Brown-crested Flycatchers are just under 8 inches long. The upperparts are olive, brown. The chest is gray. The belly is yellow. These birds have rusty edges to the wing and tail feathers.

Brown-crested Flycatchers sit on a branch waiting for large insects to fly by. Then they chase and eat them, catching them in the air.

Ash-throated Flycatchers are slightly smaller and less colorful. They are more widespread in dry habitats across the West.

Several Owls nest in saguaro cavities. These include Ferruginous Pygmy-Owl, Western Screech-Owl, and Elf Owl.

Photo of Elf Owl
Elf Owl. Saguaro NP. Flickr. CC-BY-2.0.

Elf Owls are the smallest owls in the world. They are only 5 inches long from bill to tail. They are mottled gray with yellow eyes.

Elf owls eat beetles, moths, and crickets.

Just this spring I went out into the desert at night and heard several. I did not see them, though. I'll have to try again!

Perhaps you are familiar with Purple Martins. These are large swallows found across the United States. They are usually found near water. In the East they nest in apartment style nest boxes. In the West they nest in gourd-shaped nest boxes.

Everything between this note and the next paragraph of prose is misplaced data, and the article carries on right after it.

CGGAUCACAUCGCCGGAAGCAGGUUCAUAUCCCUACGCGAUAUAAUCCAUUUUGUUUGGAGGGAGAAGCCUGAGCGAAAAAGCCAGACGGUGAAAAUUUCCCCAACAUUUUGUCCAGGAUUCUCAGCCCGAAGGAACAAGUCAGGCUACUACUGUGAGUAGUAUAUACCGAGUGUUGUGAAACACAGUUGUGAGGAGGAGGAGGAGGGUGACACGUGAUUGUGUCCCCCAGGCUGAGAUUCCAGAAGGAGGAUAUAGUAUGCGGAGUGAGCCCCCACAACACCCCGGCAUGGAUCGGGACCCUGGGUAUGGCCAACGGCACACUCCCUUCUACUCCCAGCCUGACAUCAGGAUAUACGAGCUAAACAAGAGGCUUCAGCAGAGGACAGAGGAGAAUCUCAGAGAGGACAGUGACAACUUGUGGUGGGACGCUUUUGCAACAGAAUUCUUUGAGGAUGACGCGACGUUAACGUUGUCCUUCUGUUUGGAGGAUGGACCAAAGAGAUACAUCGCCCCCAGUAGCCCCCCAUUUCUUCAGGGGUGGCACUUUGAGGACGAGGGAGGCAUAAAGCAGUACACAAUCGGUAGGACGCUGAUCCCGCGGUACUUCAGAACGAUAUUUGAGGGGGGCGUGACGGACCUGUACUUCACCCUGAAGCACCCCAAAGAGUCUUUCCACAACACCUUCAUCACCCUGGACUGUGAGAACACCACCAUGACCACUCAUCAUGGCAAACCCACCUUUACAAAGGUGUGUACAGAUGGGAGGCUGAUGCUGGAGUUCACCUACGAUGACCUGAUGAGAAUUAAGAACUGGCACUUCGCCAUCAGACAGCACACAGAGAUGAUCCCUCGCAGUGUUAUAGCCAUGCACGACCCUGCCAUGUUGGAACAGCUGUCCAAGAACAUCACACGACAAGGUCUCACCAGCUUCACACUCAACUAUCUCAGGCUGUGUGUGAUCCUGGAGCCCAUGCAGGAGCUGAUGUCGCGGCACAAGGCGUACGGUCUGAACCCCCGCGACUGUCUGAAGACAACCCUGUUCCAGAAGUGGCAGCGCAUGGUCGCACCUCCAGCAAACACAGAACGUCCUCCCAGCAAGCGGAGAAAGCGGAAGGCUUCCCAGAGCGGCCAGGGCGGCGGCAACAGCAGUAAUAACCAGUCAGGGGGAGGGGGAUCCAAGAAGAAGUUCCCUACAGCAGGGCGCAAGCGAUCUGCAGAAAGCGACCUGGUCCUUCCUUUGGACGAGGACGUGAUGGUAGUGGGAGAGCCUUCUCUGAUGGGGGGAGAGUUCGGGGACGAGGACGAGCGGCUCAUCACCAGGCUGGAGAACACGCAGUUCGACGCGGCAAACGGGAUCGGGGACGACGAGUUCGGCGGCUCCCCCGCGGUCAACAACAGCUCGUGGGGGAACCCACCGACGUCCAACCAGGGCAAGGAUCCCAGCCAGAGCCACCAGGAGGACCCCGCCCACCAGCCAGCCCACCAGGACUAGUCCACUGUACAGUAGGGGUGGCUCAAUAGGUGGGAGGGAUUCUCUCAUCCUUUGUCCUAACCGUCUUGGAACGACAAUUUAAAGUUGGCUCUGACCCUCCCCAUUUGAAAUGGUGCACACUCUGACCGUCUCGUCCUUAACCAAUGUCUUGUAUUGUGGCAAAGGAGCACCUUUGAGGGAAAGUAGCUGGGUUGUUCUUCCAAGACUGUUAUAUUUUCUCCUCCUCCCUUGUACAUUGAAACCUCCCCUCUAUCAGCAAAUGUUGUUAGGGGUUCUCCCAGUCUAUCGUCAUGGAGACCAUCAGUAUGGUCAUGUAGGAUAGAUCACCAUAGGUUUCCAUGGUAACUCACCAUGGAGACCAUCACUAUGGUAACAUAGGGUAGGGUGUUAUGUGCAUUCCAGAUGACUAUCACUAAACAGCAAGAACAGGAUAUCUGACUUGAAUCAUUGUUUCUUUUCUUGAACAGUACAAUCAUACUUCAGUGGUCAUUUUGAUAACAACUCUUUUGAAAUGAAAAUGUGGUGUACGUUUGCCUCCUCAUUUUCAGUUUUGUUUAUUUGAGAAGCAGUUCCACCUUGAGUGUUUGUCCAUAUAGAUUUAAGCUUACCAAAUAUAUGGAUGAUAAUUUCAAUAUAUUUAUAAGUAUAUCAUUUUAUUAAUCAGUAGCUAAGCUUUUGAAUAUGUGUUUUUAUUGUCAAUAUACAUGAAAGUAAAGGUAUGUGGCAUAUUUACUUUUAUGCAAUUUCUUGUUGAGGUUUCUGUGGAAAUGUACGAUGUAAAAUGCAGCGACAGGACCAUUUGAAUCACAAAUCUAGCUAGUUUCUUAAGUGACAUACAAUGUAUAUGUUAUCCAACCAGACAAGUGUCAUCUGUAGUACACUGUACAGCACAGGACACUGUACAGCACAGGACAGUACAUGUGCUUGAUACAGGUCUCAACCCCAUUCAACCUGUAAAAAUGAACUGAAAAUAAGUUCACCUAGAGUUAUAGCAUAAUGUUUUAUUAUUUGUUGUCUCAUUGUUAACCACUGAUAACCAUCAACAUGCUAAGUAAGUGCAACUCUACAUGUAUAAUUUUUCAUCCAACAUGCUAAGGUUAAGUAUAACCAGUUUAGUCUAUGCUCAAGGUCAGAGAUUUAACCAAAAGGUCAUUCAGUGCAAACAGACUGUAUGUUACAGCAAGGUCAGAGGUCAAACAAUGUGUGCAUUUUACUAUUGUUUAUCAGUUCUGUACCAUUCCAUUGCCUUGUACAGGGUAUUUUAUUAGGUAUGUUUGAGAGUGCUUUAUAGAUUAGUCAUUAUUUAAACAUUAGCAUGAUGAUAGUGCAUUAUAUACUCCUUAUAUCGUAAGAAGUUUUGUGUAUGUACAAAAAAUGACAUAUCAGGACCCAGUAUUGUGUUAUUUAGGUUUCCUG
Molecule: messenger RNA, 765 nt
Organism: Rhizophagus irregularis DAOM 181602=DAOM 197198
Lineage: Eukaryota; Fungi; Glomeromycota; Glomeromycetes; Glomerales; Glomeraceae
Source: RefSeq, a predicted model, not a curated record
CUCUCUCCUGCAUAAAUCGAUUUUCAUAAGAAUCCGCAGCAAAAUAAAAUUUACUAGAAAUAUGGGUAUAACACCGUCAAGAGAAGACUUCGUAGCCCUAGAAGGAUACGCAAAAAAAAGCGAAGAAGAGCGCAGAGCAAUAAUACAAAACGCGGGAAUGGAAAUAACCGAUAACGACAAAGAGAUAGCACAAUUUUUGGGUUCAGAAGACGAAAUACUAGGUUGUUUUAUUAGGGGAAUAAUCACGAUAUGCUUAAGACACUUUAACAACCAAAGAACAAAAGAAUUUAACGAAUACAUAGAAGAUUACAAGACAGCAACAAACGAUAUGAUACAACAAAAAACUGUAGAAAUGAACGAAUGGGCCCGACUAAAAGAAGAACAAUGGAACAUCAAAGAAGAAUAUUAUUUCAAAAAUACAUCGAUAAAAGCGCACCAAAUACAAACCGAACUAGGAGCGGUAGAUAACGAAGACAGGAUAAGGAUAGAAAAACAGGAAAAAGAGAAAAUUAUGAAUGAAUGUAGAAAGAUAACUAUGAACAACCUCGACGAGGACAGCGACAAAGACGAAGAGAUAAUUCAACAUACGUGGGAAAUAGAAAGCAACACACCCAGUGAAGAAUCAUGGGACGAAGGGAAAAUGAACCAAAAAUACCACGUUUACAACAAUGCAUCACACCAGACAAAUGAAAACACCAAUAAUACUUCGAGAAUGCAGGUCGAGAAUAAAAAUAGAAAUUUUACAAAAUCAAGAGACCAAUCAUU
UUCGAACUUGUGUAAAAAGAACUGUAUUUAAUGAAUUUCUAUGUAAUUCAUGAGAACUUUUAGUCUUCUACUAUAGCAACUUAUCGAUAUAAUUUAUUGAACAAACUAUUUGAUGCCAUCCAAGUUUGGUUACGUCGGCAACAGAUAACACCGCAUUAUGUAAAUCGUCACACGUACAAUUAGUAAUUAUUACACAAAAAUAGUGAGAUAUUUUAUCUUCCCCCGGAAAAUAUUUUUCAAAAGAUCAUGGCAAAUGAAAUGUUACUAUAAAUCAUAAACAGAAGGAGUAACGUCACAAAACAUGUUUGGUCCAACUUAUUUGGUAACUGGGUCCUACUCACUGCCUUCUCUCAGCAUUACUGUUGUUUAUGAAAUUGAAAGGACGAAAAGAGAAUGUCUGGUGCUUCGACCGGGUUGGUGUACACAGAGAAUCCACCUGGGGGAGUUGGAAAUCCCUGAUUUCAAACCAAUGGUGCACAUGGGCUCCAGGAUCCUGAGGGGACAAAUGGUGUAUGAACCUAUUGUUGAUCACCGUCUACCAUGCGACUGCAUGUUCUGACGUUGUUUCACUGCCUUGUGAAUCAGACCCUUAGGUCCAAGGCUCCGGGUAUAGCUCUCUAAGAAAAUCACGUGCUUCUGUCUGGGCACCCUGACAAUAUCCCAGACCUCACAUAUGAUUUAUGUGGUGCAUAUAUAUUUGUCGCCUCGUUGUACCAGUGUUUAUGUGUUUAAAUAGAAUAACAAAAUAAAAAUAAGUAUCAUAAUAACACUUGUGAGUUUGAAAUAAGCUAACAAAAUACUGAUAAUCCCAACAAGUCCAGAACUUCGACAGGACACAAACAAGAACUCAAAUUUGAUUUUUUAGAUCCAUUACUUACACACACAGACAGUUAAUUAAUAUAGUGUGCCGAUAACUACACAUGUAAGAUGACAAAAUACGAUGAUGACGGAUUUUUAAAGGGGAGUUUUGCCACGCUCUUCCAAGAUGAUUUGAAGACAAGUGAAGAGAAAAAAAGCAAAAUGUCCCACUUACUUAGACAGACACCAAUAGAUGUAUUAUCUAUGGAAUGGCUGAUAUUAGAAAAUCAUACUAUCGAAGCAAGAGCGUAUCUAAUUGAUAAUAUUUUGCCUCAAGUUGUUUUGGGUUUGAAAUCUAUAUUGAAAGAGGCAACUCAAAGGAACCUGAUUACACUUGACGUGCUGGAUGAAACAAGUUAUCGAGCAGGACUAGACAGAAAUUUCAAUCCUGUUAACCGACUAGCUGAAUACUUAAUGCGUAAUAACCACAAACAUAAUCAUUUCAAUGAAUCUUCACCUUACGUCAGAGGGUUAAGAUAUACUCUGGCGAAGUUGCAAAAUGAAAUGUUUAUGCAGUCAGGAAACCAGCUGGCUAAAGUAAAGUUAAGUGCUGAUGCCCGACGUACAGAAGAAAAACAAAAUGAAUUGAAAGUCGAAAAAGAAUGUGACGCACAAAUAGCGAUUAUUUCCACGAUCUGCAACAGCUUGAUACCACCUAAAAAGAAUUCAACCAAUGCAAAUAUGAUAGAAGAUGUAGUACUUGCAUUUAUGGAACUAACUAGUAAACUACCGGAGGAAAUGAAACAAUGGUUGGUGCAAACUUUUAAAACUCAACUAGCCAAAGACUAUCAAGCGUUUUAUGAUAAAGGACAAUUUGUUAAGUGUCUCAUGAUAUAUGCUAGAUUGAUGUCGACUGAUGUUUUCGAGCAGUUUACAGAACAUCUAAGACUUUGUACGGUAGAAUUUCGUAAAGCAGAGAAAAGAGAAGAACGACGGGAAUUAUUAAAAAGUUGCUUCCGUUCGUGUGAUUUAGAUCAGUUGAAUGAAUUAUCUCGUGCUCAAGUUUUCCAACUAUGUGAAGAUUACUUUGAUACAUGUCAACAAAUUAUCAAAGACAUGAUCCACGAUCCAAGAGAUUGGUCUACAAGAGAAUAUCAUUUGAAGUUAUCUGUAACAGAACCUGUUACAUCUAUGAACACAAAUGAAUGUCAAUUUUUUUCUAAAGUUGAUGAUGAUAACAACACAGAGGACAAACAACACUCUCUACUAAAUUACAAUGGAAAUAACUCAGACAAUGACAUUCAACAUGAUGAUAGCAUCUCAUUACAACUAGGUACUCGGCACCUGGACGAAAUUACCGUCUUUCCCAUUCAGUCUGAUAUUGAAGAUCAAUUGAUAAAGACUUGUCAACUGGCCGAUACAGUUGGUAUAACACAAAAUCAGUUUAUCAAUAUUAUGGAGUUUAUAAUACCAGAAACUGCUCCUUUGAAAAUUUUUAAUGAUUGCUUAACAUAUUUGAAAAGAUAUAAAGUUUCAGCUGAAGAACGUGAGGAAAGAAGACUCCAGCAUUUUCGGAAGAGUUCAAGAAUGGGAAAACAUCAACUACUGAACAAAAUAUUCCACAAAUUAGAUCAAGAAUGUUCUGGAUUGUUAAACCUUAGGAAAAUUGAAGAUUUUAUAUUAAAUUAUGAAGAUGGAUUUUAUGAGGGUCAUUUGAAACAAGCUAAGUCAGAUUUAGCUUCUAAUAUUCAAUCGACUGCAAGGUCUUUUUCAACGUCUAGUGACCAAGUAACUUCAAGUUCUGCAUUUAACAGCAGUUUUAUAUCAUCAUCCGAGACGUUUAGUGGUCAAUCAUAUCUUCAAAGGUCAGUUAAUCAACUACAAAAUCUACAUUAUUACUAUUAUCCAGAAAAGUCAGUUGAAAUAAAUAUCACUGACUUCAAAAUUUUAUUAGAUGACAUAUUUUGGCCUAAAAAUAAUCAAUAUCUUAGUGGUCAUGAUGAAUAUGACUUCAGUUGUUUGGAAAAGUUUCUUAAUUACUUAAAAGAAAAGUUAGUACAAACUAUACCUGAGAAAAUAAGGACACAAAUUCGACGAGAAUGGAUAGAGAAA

Photo of male and female Purple Martin
Purple Martin. Greg Gillson.

Surprise! There is a subspecies of Purple Martin that nests in saguaro cacti in the desert! The Tucson Audubon is studying them at this web link.

Male Purple Martins appear black, with a purple sheen in good light. Females are brown above and dusky white below. They are about 8 inches long bill to tail.

The Desert Purple Martin (Progne subis heperia) times its breeding to the monsoon season. These desert rainstorms happen in August and September. There are lots of insect food for these martins then.

These birds nest in colonies where there are lots of saguaro cacti with woodpecker holes.

In town, several cavity nesting birds associated with people also nest in saguaro cavities. These include European Starlings, House Sparrows, House Finches, and American Kestrels.

Birds that Build Platform Nests on Saguaro Cactus

Several desert birds build nests in the crotch of the arms of saguaro cacti.

Harris's Hawk is a raptor found in the Saguaro desert.

Photo of Harris's Hawk on saguaro
Harris's Hawk. Greg Gillson.